> > >Re: Blue Sword- This was very influenced by Kipling.  From memory, it
> name
> > >checks Kim in the authors dedication. It's an interesting puzzle,
> because
> > >Kim ( and Aerin) are both " white" colonial, shown as more capable than
> > the
> > >natives.
> > >
> > >But they are capable because they bridge the worlds- they may be white
> on
> > >the outside, but the are "eggs" , yellow on the inside ( To use the
> > >colloquial term for people who identify asian, even though they look
> > >caucasian)
> > >
> > >There has been interesting discussion on this IRL here in Australia- Is
> > >someone who is only 1/16th indigenous allowed to identify as Aboriginal?
> > >There are people who do identify as aboriginal with this little
> indigenous
> > >blood, and they defend there right to do so. I don't have a problem with
> > >this myself. Certainly Aerin has native blood, and finds that she
> connects
> > >with her heritage- that her heritage reaches out and grabs her- more
> than
> > >her birth country ever did. So I would be reluctant to call  her a
> "great
> > >white hero"
> > >
> > >As Erika said, the older man/younger woman theme is directly connected
> to
> > >Mckinley's life- She is in love with an older man, and that is what she
> > >writes about. Seems fair to me, though I can see that someone just
> looking
> > >at the books without that knowledge might find the continuing theme a
> bit
> > >*interesting*
> > >
> > >Sometimes it does help to know something about the author, in spite of
> > them
> > >all telling us that the books should be judged independently....
> > >
> > >ODWJ reference...Does DWJ have any black characters? I have just
> realised
> > I
> > >cannot name any. Does DWJ go out  of her way to describe characters as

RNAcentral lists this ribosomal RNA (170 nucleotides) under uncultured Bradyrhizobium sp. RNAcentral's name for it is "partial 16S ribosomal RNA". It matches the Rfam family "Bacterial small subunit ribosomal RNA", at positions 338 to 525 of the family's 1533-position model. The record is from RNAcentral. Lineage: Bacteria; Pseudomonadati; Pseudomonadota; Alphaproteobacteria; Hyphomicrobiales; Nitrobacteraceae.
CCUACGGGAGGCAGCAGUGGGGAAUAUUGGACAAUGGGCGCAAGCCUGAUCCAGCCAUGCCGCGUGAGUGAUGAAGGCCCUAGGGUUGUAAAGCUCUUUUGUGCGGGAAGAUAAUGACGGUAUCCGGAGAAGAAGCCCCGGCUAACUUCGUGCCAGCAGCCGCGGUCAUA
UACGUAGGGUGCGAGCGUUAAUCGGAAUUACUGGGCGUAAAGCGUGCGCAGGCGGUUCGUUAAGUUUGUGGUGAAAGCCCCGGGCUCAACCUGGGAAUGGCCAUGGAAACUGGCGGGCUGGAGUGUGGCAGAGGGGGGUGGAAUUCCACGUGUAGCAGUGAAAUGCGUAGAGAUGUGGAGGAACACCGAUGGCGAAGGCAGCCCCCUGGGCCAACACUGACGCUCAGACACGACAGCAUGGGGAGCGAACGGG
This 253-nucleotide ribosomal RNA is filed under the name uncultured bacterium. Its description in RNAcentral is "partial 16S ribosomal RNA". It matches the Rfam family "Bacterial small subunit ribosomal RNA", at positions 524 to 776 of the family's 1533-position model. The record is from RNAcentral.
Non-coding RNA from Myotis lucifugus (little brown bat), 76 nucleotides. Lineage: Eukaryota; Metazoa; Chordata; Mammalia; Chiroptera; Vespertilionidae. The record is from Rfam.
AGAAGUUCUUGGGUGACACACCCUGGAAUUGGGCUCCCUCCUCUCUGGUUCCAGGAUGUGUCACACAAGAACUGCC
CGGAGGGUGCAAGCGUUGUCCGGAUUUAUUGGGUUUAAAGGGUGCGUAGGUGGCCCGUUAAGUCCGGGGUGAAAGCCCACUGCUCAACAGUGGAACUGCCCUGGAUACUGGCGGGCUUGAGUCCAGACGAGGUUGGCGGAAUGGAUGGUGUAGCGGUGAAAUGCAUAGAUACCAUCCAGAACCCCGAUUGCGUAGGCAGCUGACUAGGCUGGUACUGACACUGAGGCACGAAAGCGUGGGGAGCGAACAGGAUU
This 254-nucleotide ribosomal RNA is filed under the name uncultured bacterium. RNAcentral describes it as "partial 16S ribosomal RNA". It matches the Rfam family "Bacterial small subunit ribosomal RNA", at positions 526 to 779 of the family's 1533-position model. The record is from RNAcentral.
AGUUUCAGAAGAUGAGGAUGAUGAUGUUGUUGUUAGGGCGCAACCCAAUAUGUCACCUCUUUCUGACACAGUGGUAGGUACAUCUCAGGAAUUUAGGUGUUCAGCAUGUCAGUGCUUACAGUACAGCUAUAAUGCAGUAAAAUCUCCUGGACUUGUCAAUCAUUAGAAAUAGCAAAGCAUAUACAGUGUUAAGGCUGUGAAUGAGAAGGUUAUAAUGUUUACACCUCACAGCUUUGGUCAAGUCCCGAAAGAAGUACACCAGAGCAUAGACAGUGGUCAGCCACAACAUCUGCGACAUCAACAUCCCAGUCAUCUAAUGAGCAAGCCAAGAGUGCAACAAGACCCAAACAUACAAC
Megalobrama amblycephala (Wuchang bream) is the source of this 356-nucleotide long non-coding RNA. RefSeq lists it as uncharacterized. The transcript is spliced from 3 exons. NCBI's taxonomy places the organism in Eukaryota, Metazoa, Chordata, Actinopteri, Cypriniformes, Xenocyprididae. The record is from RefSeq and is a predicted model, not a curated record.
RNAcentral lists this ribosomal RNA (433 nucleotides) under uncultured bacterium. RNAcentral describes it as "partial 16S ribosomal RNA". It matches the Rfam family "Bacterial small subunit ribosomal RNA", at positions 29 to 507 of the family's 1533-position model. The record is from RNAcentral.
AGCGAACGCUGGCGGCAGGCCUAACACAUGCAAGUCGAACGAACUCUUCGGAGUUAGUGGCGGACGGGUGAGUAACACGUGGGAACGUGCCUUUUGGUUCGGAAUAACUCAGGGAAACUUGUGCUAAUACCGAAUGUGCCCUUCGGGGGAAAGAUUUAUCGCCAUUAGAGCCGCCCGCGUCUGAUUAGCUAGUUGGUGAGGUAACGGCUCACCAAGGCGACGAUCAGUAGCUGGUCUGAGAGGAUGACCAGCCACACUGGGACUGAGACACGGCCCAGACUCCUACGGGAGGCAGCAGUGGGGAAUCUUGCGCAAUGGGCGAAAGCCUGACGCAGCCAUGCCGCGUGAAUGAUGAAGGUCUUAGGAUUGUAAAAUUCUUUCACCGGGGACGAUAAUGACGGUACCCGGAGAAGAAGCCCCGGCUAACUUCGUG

> > >white?
> > >
> > >Regards
> > >
> > >Gin
> > >
> > >On Wed, Jul 31, 2013 at 11:16 AM, erikagillian at gmail.com <
> > >erikagillian at gmail.com> wrote:
> > >
> > >> The reason that age gap shows up is (probably) because McKinley is
> > married
> > >> to Peter Dickinson, who is twenty five years her senior.   Also a
> > >> children's and YA author of some renown.
> > >>
> > >> Janet Eastwood <janet.eastwood at hotmail.com> wrote:
> > >>
> > >> >Oh yes, read Ghost Knight and Dragon Rider by all means. And for
> > younger
> > >> readers, Funke's picturebooks are funny and sweet and bold.
> > >> >
> > >> >Another thing that troubles me with McKinley's writing (much as I
> like
> > >> some of her books) is the pervasive theme of young woman marrying much
> > >> older man. It shows up in many of her works (and in many other
> authors'
> > >> works as well), and while an age gap isn't necessarily a bad thing,
> the
> > >> recurrence of young female protagonist in her late teens marrying a
> man
> > >> somewhere between ten and two hundred years (Beauty) older is slightly
> > >> worrying. Because while such marriages can and do work out happily,
> > >> historically and socially, older + male = power. So there's quite the
> > power
> > >> imbalance there, as well as other emphases on the lover as a powerful
> > male:
> > >> "Master" (Chalice - as Martha pointed out), king (The Blue Sword),
> > captor
> > >> (Beauty, Rose Daughter), teacher (Spindle's End), vampire (Sunshine),
> > >> sorcerer...
> > >> >
> > >> >Janet
> > >> >
> > >> >_______________________________________________
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>
>
> --
> Lucy Pearson, Lecturer in Children's Literature
> Newcastle University Children's Literature Unit
> http://www.ncl.ac.uk/elll/research/children/unit.htm